4. Narrow down your top PEOs. Make a shortlist of the top providers you are interested in. Reach out to each company and inquire about what they have to offer. Be sure to ask about features, pricing, contracts and customer support.
  5. Choose your PEO provider. After comparing your top options, choose the PEO provider that best matches your business’s needs. 
TipBottom line
Before choosing a PEO, ensure that they are a member of the National Association of Professional Employer Organizations (NAPEO), are IRS certified and can provide professional references.

PEO FAQs

A staffing company provides temporary employees while a PEO is a full-time co-employer. The staffing company usually handles business operations, including day-to-day management, production, marketing and sales. PEOs typically manage employment operations, including tax affairs, HR services and benefits administration. Roloson said that a PEO does not provide any workers but rather partners with its clients as they enter a co-employment partnership where both parties employ the workers. “Through the co-employment model, the company can then leverage the PEO for their HR expertise, payroll, administrative technology and employee benefit programs,” he said. “The company can still dictate the culture that it chooses to instill as a small or medium-sized business while also gaining access to the expertise and economies of scale that a larger partner can bring to the table.” [Related article: What Services Can a PEO Provide to Your Small Business?]
Depending on the size of your business and what the PEO offers, switching to a PEO can be a good thing. According to Shraga Jacobowitz, CEO of ARC PEO Consultants, most PEOs provide an implementation representative to assist with onboarding. Jacobowitz said this onboarding process has a few stages:
  1. Company decisions (health insurance plans, funding strategies and other HR policies)
  2. Employee data input and online portal building
  3. Orientation meetings with employees
  4. Employee enrollment in HR platforms
  5. Training on using the online portal, such as payroll processing, reports and transactional items
A PEO can free up time and resources for employers, allowing them to focus on growing their businesses. This is one of the key benefits of a PEO in a business’s early stages of growth. A PEO also plays a decisive role in managing a company’s employee affairs. PEOs can offer unique pricing on certain healthcare benefits, sometimes lower than what your business would pay outside of the PEO, according to Nicholas Tzoumas, president of Clearscope. “At the same time, in addition to the costs associated with these premiums, workers’ compensation premiums and payroll processing, there are also administrative costs assessed by the PEO,” Tzoumas said. “When comparing PEO versus non-PEO options, employers (or their benefits consultant) need to compare the costs inclusive of the PEO admin fees.”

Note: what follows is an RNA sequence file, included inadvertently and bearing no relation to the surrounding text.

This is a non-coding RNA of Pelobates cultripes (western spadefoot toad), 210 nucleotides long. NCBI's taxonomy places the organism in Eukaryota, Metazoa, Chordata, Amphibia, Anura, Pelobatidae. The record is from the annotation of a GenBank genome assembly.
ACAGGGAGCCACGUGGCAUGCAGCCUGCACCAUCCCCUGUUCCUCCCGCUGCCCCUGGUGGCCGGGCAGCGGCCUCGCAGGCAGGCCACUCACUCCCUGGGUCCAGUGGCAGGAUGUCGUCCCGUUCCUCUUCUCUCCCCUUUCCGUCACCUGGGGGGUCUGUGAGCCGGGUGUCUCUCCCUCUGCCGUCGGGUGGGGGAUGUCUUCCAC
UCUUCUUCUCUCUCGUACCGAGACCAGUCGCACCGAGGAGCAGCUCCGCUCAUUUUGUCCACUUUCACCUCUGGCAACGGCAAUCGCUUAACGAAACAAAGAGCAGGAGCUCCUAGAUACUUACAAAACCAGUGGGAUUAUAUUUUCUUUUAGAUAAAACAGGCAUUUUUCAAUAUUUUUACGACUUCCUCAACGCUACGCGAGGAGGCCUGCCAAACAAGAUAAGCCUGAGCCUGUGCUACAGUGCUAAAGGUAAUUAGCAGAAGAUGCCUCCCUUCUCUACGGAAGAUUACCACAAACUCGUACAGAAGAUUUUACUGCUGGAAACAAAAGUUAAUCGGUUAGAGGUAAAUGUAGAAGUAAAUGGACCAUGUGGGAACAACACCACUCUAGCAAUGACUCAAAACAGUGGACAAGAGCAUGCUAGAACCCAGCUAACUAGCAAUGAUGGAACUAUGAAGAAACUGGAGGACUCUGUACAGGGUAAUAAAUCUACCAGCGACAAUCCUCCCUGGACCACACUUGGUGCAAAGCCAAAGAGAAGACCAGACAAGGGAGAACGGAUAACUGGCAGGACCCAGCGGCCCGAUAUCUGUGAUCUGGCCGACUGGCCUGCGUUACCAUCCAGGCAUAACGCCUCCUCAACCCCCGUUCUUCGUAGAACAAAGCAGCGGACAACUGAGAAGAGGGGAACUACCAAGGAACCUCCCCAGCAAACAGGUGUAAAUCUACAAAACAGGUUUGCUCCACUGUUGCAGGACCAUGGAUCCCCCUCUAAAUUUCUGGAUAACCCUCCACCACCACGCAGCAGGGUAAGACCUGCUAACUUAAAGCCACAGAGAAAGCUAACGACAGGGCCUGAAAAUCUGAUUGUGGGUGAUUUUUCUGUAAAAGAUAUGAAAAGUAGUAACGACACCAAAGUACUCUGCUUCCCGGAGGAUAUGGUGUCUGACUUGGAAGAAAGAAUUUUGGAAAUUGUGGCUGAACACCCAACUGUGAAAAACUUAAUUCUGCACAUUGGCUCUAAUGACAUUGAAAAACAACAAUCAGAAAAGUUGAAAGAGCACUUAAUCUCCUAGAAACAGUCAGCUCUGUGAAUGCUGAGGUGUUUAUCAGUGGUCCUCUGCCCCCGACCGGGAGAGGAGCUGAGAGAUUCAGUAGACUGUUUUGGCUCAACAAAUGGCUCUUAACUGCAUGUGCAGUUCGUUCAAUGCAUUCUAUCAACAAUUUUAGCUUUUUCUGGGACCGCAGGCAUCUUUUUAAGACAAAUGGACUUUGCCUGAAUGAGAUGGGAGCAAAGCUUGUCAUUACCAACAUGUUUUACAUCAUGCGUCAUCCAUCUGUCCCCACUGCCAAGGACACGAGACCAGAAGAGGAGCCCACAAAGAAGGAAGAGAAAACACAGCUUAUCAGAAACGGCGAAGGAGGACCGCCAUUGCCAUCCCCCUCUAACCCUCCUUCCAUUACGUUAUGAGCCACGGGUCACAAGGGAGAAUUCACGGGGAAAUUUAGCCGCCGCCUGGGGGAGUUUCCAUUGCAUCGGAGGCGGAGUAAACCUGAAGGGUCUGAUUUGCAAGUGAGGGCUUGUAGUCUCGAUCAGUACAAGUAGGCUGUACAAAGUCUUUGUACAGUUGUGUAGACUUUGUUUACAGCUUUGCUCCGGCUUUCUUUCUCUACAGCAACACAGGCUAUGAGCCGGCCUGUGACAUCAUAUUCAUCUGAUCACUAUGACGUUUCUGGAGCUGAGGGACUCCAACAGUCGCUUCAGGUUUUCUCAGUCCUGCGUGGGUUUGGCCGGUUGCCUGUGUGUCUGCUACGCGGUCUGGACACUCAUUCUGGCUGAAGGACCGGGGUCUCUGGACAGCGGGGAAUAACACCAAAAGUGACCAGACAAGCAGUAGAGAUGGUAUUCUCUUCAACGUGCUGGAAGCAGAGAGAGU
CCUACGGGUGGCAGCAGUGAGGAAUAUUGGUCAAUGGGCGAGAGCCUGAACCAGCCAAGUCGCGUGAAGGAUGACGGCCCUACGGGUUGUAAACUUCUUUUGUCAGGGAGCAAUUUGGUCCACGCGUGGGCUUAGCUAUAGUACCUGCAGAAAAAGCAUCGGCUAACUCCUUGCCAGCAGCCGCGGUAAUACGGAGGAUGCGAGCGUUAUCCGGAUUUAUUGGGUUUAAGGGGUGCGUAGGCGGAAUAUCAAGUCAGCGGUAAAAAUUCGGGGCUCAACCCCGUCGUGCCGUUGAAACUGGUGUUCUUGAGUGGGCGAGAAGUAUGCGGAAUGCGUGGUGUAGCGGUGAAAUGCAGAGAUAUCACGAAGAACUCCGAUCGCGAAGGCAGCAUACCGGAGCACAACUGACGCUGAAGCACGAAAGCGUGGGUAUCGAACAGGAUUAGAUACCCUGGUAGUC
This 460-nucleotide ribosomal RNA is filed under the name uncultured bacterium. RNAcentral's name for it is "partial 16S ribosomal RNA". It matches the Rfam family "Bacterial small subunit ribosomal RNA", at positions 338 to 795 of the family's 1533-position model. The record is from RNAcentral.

PEOs make money by charging a monthly fee. Some PEOs have a flat fee per employee while others charge a percentage of each employee’s salary. The cost you pay a PEO should save you time and money by outsourcing HR services.
PEOs can work with union and nonunion clients. Any employees under a PEO contract are included in the CBA of the client. PEOs follow the CBA terms and employees can choose whether they would like to participate in union activities.
A PEO generally does not affect company culture unless you are seeking to make a change. PEOs can provide strategies to help you reshape your company culture to meet your business and branding goals.

Julie Thompson and Joshua Stowers contributed to this article. Source interviews were conducted for a previous version of this article.

author image
Skye Schooley, Senior Lead Analyst & Expert on Business Operations
Skye Schooley is a dedicated business professional who is especially passionate about human resources and digital marketing. For more than a decade, she has helped clients navigate the employee recruitment and customer acquisition processes, ensuring small business owners have the knowledge they need to succeed and grow their companies. In recent years, Schooley has enjoyed evaluating and comparing HR software and other human resources solutions to help businesses find the tools and services that best suit their needs. With a degree in business communications, she excels at simplifying complicated subjects and interviewing business vendors and entrepreneurs to gain new insights. Her guidance spans various formats, including newsletters, long-form videos and YouTube Shorts, reflecting her commitment to providing valuable expertise in accessible ways.